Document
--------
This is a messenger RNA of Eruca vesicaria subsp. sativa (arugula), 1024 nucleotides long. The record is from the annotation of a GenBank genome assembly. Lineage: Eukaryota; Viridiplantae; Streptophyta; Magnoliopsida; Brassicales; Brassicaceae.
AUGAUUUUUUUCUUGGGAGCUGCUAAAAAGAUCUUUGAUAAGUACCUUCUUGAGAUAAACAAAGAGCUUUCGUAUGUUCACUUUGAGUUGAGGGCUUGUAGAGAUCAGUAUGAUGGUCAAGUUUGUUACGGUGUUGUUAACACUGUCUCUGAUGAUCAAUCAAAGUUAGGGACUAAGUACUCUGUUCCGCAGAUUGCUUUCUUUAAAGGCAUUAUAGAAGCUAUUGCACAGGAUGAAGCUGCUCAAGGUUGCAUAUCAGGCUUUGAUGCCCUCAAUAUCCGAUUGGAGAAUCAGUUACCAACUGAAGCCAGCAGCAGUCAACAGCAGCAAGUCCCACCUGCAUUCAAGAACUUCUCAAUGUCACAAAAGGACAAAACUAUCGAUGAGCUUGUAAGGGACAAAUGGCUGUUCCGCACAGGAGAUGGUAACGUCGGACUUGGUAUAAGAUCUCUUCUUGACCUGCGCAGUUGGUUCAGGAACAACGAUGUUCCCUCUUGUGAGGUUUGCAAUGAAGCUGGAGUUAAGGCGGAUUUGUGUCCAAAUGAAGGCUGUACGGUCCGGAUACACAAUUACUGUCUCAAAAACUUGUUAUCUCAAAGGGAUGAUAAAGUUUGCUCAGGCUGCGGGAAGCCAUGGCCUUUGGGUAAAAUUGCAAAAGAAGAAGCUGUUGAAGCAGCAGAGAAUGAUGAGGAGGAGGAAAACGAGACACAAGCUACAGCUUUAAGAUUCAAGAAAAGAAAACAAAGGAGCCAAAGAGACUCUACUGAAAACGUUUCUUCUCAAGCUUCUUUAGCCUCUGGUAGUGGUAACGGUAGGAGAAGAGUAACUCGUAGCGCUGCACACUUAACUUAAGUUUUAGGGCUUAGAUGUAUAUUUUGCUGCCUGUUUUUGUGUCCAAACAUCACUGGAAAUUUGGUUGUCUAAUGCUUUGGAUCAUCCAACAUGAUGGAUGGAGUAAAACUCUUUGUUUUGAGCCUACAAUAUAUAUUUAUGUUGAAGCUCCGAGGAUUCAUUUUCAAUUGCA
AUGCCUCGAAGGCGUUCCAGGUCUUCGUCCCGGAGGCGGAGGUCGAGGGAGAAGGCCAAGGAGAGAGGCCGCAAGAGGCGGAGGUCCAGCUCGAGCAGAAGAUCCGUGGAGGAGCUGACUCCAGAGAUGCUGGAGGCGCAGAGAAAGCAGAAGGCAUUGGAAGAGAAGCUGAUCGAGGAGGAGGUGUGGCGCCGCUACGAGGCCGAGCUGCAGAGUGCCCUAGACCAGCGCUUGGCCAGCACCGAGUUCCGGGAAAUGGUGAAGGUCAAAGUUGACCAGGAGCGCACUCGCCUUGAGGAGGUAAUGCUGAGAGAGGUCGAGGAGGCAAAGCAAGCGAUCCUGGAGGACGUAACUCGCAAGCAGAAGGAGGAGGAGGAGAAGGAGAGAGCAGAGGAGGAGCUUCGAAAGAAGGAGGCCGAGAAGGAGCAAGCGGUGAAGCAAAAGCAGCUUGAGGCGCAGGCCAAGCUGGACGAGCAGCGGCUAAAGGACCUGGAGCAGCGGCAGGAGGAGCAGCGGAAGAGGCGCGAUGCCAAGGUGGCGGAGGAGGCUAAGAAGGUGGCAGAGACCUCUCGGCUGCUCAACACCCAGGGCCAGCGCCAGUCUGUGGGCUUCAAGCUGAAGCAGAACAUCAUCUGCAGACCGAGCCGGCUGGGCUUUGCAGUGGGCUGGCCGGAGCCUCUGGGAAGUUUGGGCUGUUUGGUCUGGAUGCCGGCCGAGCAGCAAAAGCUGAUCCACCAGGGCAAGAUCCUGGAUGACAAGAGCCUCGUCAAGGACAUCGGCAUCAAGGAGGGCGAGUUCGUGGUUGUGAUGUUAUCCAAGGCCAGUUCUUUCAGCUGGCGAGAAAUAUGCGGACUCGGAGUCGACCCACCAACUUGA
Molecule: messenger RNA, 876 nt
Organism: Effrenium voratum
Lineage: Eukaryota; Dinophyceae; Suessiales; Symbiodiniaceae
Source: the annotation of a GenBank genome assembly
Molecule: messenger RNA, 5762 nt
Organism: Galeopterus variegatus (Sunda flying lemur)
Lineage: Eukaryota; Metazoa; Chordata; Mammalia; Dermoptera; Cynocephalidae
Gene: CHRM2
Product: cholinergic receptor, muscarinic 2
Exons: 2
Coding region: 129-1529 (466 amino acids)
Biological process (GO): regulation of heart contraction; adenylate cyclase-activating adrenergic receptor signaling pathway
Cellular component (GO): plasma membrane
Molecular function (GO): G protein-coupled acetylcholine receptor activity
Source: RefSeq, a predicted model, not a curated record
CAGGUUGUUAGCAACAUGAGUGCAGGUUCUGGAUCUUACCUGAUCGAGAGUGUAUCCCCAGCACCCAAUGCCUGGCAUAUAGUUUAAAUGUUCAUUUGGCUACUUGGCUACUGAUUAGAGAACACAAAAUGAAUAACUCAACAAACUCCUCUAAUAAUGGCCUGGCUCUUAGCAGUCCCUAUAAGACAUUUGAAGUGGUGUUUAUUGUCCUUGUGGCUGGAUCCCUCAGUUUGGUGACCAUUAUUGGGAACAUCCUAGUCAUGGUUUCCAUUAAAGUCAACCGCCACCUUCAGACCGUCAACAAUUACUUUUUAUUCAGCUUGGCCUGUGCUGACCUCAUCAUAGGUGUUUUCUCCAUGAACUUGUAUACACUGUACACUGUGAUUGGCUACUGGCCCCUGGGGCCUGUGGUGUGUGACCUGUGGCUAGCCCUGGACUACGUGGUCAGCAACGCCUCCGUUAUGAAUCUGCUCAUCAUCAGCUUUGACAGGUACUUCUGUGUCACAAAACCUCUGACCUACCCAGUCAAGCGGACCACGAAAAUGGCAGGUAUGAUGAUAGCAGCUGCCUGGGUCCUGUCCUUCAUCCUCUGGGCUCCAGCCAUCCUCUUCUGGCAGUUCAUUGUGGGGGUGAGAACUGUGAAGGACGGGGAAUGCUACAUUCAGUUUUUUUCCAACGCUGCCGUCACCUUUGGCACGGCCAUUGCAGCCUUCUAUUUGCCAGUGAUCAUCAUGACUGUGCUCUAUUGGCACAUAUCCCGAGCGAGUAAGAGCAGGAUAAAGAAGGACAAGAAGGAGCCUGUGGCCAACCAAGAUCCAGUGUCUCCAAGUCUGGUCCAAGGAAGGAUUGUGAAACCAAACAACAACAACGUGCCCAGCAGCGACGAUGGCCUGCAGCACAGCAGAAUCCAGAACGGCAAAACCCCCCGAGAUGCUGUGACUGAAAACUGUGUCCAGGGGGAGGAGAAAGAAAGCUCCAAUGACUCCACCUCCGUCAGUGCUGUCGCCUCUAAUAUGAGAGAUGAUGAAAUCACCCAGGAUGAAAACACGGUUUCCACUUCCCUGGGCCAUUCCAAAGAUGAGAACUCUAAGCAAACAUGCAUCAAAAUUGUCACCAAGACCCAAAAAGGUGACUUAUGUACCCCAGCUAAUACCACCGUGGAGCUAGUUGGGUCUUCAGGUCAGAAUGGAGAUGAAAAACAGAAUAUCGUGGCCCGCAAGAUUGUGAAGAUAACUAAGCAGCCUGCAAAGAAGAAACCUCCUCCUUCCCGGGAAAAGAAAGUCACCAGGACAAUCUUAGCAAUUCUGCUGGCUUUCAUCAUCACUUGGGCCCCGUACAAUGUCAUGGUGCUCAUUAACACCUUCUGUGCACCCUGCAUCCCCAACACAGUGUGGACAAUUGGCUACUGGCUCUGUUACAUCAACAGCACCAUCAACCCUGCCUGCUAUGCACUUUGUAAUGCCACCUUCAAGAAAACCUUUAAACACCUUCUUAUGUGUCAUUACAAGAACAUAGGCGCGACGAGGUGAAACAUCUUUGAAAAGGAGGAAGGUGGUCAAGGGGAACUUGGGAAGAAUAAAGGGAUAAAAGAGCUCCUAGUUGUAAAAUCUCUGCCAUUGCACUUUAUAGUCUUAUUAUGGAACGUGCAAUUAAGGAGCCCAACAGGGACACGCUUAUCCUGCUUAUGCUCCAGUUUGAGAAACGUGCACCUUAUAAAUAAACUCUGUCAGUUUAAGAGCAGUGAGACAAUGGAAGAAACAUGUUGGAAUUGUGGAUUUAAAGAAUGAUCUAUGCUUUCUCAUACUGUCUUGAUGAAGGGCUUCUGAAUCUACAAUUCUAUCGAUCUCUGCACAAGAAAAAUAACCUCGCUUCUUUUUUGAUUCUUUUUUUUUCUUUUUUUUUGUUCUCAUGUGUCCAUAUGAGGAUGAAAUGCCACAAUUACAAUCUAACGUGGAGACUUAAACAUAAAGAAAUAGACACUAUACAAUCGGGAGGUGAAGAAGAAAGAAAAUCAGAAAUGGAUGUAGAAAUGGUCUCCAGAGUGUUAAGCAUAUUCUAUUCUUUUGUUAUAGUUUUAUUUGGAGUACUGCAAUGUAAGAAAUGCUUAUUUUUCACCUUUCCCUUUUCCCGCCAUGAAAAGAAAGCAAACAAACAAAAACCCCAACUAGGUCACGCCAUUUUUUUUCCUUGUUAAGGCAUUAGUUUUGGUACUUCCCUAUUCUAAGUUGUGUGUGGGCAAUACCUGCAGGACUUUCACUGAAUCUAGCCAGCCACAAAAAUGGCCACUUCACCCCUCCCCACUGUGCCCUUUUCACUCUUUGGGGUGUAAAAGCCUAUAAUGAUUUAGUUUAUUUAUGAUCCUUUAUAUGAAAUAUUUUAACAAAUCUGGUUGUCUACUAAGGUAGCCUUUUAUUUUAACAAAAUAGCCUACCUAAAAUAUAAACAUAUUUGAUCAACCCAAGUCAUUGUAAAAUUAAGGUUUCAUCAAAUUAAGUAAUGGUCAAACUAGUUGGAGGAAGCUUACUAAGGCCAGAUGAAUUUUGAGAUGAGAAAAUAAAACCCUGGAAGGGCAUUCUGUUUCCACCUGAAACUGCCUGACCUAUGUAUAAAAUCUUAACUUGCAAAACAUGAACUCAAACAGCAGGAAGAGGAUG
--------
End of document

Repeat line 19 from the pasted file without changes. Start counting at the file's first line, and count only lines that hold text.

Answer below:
CAGGUUGUUAGCAACAUGAGUGCAGGUUCUGGAUCUUACCUGAUCGAGAGUGUAUCCCCAGCACCCAAUGCCUGGCAUAUAGUUUAAAUGUUCAUUUGGCUACUUGGCUACUGAUUAGAGAACACAAAAUGAAUAACUCAACAAACUCCUCUAAUAAUGGCCUGGCUCUUAGCAGUCCCUAUAAGACAUUUGAAGUGGUGUUUAUUGUCCUUGUGGCUGGAUCCCUCAGUUUGGUGACCAUUAUUGGGAACAUCCUAGUCAUGGUUUCCAUUAAAGUCAACCGCCACCUUCAGACCGUCAACAAUUACUUUUUAUUCAGCUUGGCCUGUGCUGACCUCAUCAUAGGUGUUUUCUCCAUGAACUUGUAUACACUGUACACUGUGAUUGGCUACUGGCCCCUGGGGCCUGUGGUGUGUGACCUGUGGCUAGCCCUGGACUACGUGGUCAGCAACGCCUCCGUUAUGAAUCUGCUCAUCAUCAGCUUUGACAGGUACUUCUGUGUCACAAAACCUCUGACCUACCCAGUCAAGCGGACCACGAAAAUGGCAGGUAUGAUGAUAGCAGCUGCCUGGGUCCUGUCCUUCAUCCUCUGGGCUCCAGCCAUCCUCUUCUGGCAGUUCAUUGUGGGGGUGAGAACUGUGAAGGACGGGGAAUGCUACAUUCAGUUUUUUUCCAACGCUGCCGUCACCUUUGGCACGGCCAUUGCAGCCUUCUAUUUGCCAGUGAUCAUCAUGACUGUGCUCUAUUGGCACAUAUCCCGAGCGAGUAAGAGCAGGAUAAAGAAGGACAAGAAGGAGCCUGUGGCCAACCAAGAUCCAGUGUCUCCAAGUCUGGUCCAAGGAAGGAUUGUGAAACCAAACAACAACAACGUGCCCAGCAGCGACGAUGGCCUGCAGCACAGCAGAAUCCAGAACGGCAAAACCCCCCGAGAUGCUGUGACUGAAAACUGUGUCCAGGGGGAGGAGAAAGAAAGCUCCAAUGACUCCACCUCCGUCAGUGCUGUCGCCUCUAAUAUGAGAGAUGAUGAAAUCACCCAGGAUGAAAACACGGUUUCCACUUCCCUGGGCCAUUCCAAAGAUGAGAACUCUAAGCAAACAUGCAUCAAAAUUGUCACCAAGACCCAAAAAGGUGACUUAUGUACCCCAGCUAAUACCACCGUGGAGCUAGUUGGGUCUUCAGGUCAGAAUGGAGAUGAAAAACAGAAUAUCGUGGCCCGCAAGAUUGUGAAGAUAACUAAGCAGCCUGCAAAGAAGAAACCUCCUCCUUCCCGGGAAAAGAAAGUCACCAGGACAAUCUUAGCAAUUCUGCUGGCUUUCAUCAUCACUUGGGCCCCGUACAAUGUCAUGGUGCUCAUUAACACCUUCUGUGCACCCUGCAUCCCCAACACAGUGUGGACAAUUGGCUACUGGCUCUGUUACAUCAACAGCACCAUCAACCCUGCCUGCUAUGCACUUUGUAAUGCCACCUUCAAGAAAACCUUUAAACACCUUCUUAUGUGUCAUUACAAGAACAUAGGCGCGACGAGGUGAAACAUCUUUGAAAAGGAGGAAGGUGGUCAAGGGGAACUUGGGAAGAAUAAAGGGAUAAAAGAGCUCCUAGUUGUAAAAUCUCUGCCAUUGCACUUUAUAGUCUUAUUAUGGAACGUGCAAUUAAGGAGCCCAACAGGGACACGCUUAUCCUGCUUAUGCUCCAGUUUGAGAAACGUGCACCUUAUAAAUAAACUCUGUCAGUUUAAGAGCAGUGAGACAAUGGAAGAAACAUGUUGGAAUUGUGGAUUUAAAGAAUGAUCUAUGCUUUCUCAUACUGUCUUGAUGAAGGGCUUCUGAAUCUACAAUUCUAUCGAUCUCUGCACAAGAAAAAUAACCUCGCUUCUUUUUUGAUUCUUUUUUUUUCUUUUUUUUUGUUCUCAUGUGUCCAUAUGAGGAUGAAAUGCCACAAUUACAAUCUAACGUGGAGACUUAAACAUAAAGAAAUAGACACUAUACAAUCGGGAGGUGAAGAAGAAAGAAAAUCAGAAAUGGAUGUAGAAAUGGUCUCCAGAGUGUUAAGCAUAUUCUAUUCUUUUGUUAUAGUUUUAUUUGGAGUACUGCAAUGUAAGAAAUGCUUAUUUUUCACCUUUCCCUUUUCCCGCCAUGAAAAGAAAGCAAACAAACAAAAACCCCAACUAGGUCACGCCAUUUUUUUUCCUUGUUAAGGCAUUAGUUUUGGUACUUCCCUAUUCUAAGUUGUGUGUGGGCAAUACCUGCAGGACUUUCACUGAAUCUAGCCAGCCACAAAAAUGGCCACUUCACCCCUCCCCACUGUGCCCUUUUCACUCUUUGGGGUGUAAAAGCCUAUAAUGAUUUAGUUUAUUUAUGAUCCUUUAUAUGAAAUAUUUUAACAAAUCUGGUUGUCUACUAAGGUAGCCUUUUAUUUUAACAAAAUAGCCUACCUAAAAUAUAAACAUAUUUGAUCAACCCAAGUCAUUGUAAAAUUAAGGUUUCAUCAAAUUAAGUAAUGGUCAAACUAGUUGGAGGAAGCUUACUAAGGCCAGAUGAAUUUUGAGAUGAGAAAAUAAAACCCUGGAAGGGCAUUCUGUUUCCACCUGAAACUGCCUGACCUAUGUAUAAAAUCUUAACUUGCAAAACAUGAACUCAAACAGCAGGAAGAGGAUG